We went out on a bang largely because of advances in computing and the commercialization of the internet.  In the eyes of her fellow travelers however, that’s a problem.

Citing the “pandemic-induced surge in telework,” hastened by the government shutdowns, she relays a “concern” that “productivity growth” stemming from “technological advancement … may exacerbate, rather than mitigate, inequality.”

When translated into policy, this attitude throws a wet blanket on the economy.  Just the signal it sends has a dampening effect on the market.  The more-rigid economic pie they’re willing to live with might explain why growth was underwhelming the last time they held power.

Their policy preferences are self-fulfilling prophecies.

In truth, growth this whole century hasn’t been anything to write home about.  Compared to the 80s/90s boom, the economy has grown by less than half.  One not-insignificant difference between the two periods is dollar policy.

Whereas Presidents Reagan and Clinton supported a strong dollar, no president this century has been much more than lukewarm in their stance.  Some have outright preferred a weaker greenback.

Unfortunately, this doesn’t seem likely to change.

When investors become less certain of the value of the return they’ll get, they commit less to growing, newer industries.  Fewer, more-efficient machines come along.  Productivity stagnates.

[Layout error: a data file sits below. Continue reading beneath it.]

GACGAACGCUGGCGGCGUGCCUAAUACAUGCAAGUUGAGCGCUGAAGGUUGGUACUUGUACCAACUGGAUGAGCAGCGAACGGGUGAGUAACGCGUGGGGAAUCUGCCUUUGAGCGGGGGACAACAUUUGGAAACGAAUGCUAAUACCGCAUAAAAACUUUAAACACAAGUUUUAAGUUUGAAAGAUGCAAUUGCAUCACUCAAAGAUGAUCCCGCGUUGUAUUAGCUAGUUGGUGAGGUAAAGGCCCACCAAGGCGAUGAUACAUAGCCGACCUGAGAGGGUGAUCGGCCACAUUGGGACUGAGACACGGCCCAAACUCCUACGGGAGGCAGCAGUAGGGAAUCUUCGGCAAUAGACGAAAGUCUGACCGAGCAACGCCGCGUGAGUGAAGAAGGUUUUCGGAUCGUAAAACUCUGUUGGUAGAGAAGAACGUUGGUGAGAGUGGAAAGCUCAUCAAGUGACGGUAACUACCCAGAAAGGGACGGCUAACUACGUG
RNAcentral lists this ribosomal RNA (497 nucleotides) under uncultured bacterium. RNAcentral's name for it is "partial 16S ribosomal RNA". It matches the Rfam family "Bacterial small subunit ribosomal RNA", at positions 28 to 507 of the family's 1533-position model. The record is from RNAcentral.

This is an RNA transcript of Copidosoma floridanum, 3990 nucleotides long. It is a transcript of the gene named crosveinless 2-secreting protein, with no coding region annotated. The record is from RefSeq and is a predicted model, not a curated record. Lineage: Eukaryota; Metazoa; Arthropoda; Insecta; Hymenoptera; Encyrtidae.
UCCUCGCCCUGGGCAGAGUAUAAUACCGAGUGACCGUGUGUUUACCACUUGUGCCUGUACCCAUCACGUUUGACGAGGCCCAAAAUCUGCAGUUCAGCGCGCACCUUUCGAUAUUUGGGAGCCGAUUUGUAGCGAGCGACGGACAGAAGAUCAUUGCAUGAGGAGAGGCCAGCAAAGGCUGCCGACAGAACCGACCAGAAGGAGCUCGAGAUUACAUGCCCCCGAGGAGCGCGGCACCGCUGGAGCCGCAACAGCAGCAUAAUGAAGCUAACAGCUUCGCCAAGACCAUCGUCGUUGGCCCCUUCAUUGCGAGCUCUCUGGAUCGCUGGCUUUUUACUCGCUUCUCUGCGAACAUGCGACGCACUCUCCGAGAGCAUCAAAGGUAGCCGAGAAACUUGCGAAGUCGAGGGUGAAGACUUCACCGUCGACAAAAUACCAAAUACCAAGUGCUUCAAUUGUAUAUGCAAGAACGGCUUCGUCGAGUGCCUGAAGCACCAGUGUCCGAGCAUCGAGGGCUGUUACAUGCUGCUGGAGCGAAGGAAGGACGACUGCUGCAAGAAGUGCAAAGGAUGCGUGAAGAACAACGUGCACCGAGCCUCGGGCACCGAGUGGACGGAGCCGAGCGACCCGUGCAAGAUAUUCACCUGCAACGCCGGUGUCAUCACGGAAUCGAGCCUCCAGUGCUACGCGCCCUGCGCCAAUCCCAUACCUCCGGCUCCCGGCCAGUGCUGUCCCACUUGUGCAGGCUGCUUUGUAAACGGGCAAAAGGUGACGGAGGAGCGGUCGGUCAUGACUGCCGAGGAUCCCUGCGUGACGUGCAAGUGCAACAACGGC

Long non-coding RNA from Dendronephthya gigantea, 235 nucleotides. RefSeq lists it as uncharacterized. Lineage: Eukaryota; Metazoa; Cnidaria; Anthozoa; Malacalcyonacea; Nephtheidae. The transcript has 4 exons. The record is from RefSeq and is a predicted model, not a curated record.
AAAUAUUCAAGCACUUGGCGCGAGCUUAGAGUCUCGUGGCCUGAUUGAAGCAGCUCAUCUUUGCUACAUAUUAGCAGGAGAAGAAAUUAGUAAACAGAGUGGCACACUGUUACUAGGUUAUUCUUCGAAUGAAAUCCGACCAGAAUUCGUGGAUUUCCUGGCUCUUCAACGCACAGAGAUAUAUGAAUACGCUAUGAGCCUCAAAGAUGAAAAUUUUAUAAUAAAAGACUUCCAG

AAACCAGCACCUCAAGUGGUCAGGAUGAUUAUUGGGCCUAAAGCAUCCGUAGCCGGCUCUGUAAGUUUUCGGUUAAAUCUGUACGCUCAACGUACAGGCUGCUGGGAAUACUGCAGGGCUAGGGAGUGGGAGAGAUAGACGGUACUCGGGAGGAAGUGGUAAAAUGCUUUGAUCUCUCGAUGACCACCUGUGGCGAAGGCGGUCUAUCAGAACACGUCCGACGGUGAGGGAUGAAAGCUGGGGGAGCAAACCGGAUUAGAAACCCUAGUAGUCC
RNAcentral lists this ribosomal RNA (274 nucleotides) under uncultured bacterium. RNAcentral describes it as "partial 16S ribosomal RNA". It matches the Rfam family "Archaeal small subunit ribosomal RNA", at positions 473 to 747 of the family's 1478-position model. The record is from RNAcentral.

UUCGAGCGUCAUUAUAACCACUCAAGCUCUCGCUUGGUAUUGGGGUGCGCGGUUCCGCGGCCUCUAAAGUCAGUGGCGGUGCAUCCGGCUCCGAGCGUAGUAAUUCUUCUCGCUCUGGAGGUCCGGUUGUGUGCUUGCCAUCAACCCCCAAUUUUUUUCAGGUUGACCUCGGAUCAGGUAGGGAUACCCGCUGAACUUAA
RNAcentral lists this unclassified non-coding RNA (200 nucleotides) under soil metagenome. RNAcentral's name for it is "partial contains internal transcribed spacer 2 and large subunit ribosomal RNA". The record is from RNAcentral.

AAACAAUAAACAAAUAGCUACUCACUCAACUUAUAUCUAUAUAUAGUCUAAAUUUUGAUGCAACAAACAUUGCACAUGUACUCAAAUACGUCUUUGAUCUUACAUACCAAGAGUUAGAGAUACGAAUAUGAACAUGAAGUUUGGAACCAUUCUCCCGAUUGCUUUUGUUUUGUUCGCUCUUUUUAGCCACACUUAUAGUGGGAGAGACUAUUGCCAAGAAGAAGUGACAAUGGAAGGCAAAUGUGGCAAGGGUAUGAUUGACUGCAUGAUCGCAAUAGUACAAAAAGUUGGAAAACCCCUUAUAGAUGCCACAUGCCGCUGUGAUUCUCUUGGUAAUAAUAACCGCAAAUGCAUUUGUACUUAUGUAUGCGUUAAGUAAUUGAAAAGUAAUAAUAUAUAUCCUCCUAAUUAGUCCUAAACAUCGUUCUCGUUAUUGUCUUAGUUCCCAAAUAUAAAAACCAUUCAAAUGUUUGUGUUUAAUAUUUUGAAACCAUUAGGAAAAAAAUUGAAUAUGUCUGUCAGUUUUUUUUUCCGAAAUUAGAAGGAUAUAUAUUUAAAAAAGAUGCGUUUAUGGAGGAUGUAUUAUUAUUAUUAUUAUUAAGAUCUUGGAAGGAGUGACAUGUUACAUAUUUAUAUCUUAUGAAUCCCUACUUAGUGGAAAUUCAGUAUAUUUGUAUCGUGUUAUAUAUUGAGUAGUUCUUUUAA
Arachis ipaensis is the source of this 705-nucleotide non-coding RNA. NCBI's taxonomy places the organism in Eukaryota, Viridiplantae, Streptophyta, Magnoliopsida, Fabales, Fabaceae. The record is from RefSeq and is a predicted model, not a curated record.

Instead, they park a greater portion of their resources in safer, already-established assets, attempting to guard against the deterioration of the currency.

That’s why the value of something so ordinary as the roof over our heads is susceptible to occasional surges.  It’s why we see increasing prices for energy.

Incidentally, if “curbing CO2 emissions” is a genuine concern of theirs, they’re on the right path.  A weaker dollar is what spurred the fracking technology that unlocked the natural gas that contributed to the precipitous drop in emissions in recent years.

Also, it arguably causes less “environmental damage” than the politically popular renewables.  Alas, this doesn’t fit the narrative.

Viewed in this light, it’s somewhat unsurprising Secretary Yellen looks toward infrastructure (however it’s defined these days) as a new source of productivity.  The self-awareness is almost as refreshing as the likely results are depressing.

The fact that hardly any pol in D.C. has the courage to slash Uncle Sam’s seizure of private earnings close to the new “global minimum” of 15% all but makes that point irrelevant.  Nevermind that the U.S. et al strong-armed other countries to take more from their citizens to get to that level.

In other words, actually discouraging them from supplying.


Christopher E. Baecker works in fixed assets at ClearWell Dynamics, teaches economics at Northwest Vista College, and is the policy director and editor at InfuseSA.  He can be reached via email or Facebook.